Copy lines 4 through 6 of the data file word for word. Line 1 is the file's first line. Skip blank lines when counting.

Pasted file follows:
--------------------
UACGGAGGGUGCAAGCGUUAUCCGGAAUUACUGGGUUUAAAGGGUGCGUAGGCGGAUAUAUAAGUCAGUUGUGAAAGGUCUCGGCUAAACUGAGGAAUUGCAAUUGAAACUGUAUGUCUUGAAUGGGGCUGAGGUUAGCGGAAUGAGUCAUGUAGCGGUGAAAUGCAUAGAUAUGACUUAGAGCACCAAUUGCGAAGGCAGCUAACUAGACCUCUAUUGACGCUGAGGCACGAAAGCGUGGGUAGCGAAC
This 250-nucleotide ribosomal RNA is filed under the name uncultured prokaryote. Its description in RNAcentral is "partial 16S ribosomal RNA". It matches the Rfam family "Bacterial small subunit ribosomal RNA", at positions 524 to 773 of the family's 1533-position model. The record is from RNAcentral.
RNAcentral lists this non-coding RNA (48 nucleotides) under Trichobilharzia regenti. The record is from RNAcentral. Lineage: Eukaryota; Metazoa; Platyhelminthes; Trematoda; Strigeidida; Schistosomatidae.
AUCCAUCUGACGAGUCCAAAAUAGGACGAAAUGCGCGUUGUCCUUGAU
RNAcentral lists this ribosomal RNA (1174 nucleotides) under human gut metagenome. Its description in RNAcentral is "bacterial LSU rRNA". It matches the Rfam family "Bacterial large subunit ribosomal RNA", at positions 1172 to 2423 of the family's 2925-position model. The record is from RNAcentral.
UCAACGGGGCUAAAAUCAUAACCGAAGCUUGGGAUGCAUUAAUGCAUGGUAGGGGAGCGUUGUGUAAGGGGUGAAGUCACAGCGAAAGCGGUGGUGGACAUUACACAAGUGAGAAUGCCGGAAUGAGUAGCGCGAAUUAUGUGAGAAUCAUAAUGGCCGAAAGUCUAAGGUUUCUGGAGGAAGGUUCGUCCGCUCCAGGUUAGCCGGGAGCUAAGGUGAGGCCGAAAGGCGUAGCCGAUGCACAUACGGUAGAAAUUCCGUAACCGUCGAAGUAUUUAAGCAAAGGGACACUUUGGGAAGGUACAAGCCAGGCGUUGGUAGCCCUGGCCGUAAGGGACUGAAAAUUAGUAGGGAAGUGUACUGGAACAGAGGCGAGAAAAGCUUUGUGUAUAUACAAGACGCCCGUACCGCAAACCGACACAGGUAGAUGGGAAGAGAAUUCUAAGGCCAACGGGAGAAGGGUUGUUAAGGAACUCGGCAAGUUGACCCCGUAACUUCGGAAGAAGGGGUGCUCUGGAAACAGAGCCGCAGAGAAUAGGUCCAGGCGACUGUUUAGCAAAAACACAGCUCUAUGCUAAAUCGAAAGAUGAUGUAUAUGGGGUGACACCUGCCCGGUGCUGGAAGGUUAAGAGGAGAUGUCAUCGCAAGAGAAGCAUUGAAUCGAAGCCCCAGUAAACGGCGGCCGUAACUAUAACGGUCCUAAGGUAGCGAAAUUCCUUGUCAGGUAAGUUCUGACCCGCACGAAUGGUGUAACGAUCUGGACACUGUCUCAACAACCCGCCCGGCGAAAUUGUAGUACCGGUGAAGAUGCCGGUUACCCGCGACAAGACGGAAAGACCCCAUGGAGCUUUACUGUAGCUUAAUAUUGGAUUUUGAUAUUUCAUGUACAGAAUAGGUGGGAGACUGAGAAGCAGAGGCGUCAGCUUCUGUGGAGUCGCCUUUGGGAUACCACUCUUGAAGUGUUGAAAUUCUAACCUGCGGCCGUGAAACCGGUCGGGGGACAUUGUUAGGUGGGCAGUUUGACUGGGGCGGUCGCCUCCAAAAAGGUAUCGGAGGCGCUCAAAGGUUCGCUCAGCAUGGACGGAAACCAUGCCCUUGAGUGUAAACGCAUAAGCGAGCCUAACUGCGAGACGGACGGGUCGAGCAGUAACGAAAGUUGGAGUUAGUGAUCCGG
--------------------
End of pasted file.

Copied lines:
AUCCAUCUGACGAGUCCAAAAUAGGACGAAAUGCGCGUUGUCCUUGAU
RNAcentral lists this ribosomal RNA (1174 nucleotides) under human gut metagenome. Its description in RNAcentral is "bacterial LSU rRNA". It matches the Rfam family "Bacterial large subunit ribosomal RNA", at positions 1172 to 2423 of the family's 2925-position model. The record is from RNAcentral.
UCAACGGGGCUAAAAUCAUAACCGAAGCUUGGGAUGCAUUAAUGCAUGGUAGGGGAGCGUUGUGUAAGGGGUGAAGUCACAGCGAAAGCGGUGGUGGACAUUACACAAGUGAGAAUGCCGGAAUGAGUAGCGCGAAUUAUGUGAGAAUCAUAAUGGCCGAAAGUCUAAGGUUUCUGGAGGAAGGUUCGUCCGCUCCAGGUUAGCCGGGAGCUAAGGUGAGGCCGAAAGGCGUAGCCGAUGCACAUACGGUAGAAAUUCCGUAACCGUCGAAGUAUUUAAGCAAAGGGACACUUUGGGAAGGUACAAGCCAGGCGUUGGUAGCCCUGGCCGUAAGGGACUGAAAAUUAGUAGGGAAGUGUACUGGAACAGAGGCGAGAAAAGCUUUGUGUAUAUACAAGACGCCCGUACCGCAAACCGACACAGGUAGAUGGGAAGAGAAUUCUAAGGCCAACGGGAGAAGGGUUGUUAAGGAACUCGGCAAGUUGACCCCGUAACUUCGGAAGAAGGGGUGCUCUGGAAACAGAGCCGCAGAGAAUAGGUCCAGGCGACUGUUUAGCAAAAACACAGCUCUAUGCUAAAUCGAAAGAUGAUGUAUAUGGGGUGACACCUGCCCGGUGCUGGAAGGUUAAGAGGAGAUGUCAUCGCAAGAGAAGCAUUGAAUCGAAGCCCCAGUAAACGGCGGCCGUAACUAUAACGGUCCUAAGGUAGCGAAAUUCCUUGUCAGGUAAGUUCUGACCCGCACGAAUGGUGUAACGAUCUGGACACUGUCUCAACAACCCGCCCGGCGAAAUUGUAGUACCGGUGAAGAUGCCGGUUACCCGCGACAAGACGGAAAGACCCCAUGGAGCUUUACUGUAGCUUAAUAUUGGAUUUUGAUAUUUCAUGUACAGAAUAGGUGGGAGACUGAGAAGCAGAGGCGUCAGCUUCUGUGGAGUCGCCUUUGGGAUACCACUCUUGAAGUGUUGAAAUUCUAACCUGCGGCCGUGAAACCGGUCGGGGGACAUUGUUAGGUGGGCAGUUUGACUGGGGCGGUCGCCUCCAAAAAGGUAUCGGAGGCGCUCAAAGGUUCGCUCAGCAUGGACGGAAACCAUGCCCUUGAGUGUAAACGCAUAAGCGAGCCUAACUGCGAGACGGACGGGUCGAGCAGUAACGAAAGUUGGAGUUAGUGAUCCGG